Facing Blue Devils, Tar Heels took the ball and they kept it

Duke’s Jamison Crowder (3), Shaun Wilson (29) and Anthony Boone (7) watch as UNC drives to the goal in the second quarter at Wallace Wade Stadium in Durham.
Duke’s Jamison Crowder (3), Shaun Wilson (29) and Anthony Boone (7) watch as UNC drives to the goal in the second quarter at Wallace Wade Stadium in Durham. cliddy@newsobserver.com

The ball boys on the Duke sideline were miffed.

Anthony Boone fumbled, and North Carolina safety Tim Scott picked up the rolling ball and ran it 10 yards into the end zone. And then he took the ball back with him to the Tar Heels’ sideline.

Yeah, we’re not getting that ball back, one ball boy said to the other.

He could have been speaking for the entire Duke team.

That score, off of Duke’s second fumble of the game, put UNC ahead 14-0 with 7:49 left in the first quarter.

The Blue Devils were only able to make it a one-score affair for 2:56 of game time the rest of the way.

The game wouldn’t officially end for three more hours, Duke’s embarrassment playing out in excruciatingly slow fashion on national TV. When the clock mercifully hit zero, UNC danced off the field with a 45-20 win.

Two weeks ago, Duke was still alive in the College Football Playoff, one of 10 teams with fewer than two losses. All the Blue Devils had to do was beat last-place Virginia Tech and an underachieving UNC team, and there would be a return trip to the ACC Championship game in Charlotte and the inside track to an Orange Bowl invite, too.

But when the stakes were the highest, Duke played its worst.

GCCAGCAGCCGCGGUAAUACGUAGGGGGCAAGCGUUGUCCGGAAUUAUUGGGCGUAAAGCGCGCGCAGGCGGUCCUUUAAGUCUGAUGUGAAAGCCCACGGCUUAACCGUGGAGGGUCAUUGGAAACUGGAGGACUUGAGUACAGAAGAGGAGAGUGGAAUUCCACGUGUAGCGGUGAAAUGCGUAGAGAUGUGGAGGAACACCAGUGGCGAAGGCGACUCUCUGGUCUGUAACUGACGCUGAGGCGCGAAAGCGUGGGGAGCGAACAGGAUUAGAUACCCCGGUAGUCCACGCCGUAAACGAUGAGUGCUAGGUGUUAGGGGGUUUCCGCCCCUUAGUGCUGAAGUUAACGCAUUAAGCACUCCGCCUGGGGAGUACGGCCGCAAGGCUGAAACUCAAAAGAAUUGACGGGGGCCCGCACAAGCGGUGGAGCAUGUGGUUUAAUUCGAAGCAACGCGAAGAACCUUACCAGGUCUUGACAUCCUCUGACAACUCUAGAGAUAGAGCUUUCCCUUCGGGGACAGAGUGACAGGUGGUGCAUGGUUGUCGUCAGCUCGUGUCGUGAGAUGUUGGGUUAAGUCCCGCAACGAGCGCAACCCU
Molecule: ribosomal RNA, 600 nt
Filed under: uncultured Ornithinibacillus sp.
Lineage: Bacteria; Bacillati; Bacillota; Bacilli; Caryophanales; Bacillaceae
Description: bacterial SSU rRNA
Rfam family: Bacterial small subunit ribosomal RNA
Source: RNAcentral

Gone are the shot at the Orange Bowl and a second Coastal Division title.

"In these circumstances, words are never easy," head coach David Cutcliffe said.

Running back Shaquille Powell, who carried the ball just four times—tied for the most out of any of Duke’s running backs—gave it his best shot.

"Really, we just got out-competed throughout the whole game," Powell said. "UNC played great, they played real hungry, and we didn’t play like we wanted to go out there and go to the ACC Championship."

Of course, the million-dollar question: Why?

"We just didn’t expect them to play that hard," Powell said of UNC. "We thought it would be an easier game."

That’s certainly how it looked, like Duke expected to win. Confidence can be a blessing and a curse when it comes to athletic endeavors.

Quarterback Anthony Boone, who continued his season-long regression, disagreed. Instead, he pinned everything that went wrong on execution and execution alone.

There certainly was precious little of that for the Duke offense, which had just 161 yards of total offense—86 yards without the one lone bright spot of a touchdown drive in the first half—to UNC’s 449 once the Tar Heels unofficially officially ended it, going up 35-7 early in the third quarter.

"When there were plays to be made of the field, we didn’t execute, and that’s what it comes down to," Boone said.

"Nothing specific," Boone added. "We just have to take care of the ball."

A night that had started with no much energy ended so empty for the Blue Devils.

They never did get that ball back. And they lost that Victory Bell, too.

And the Coastal Division championship.

And the inside track to the Orange Bowl.

"Tough pill to swallow," Cutcliffe said.

Tough, indeed.

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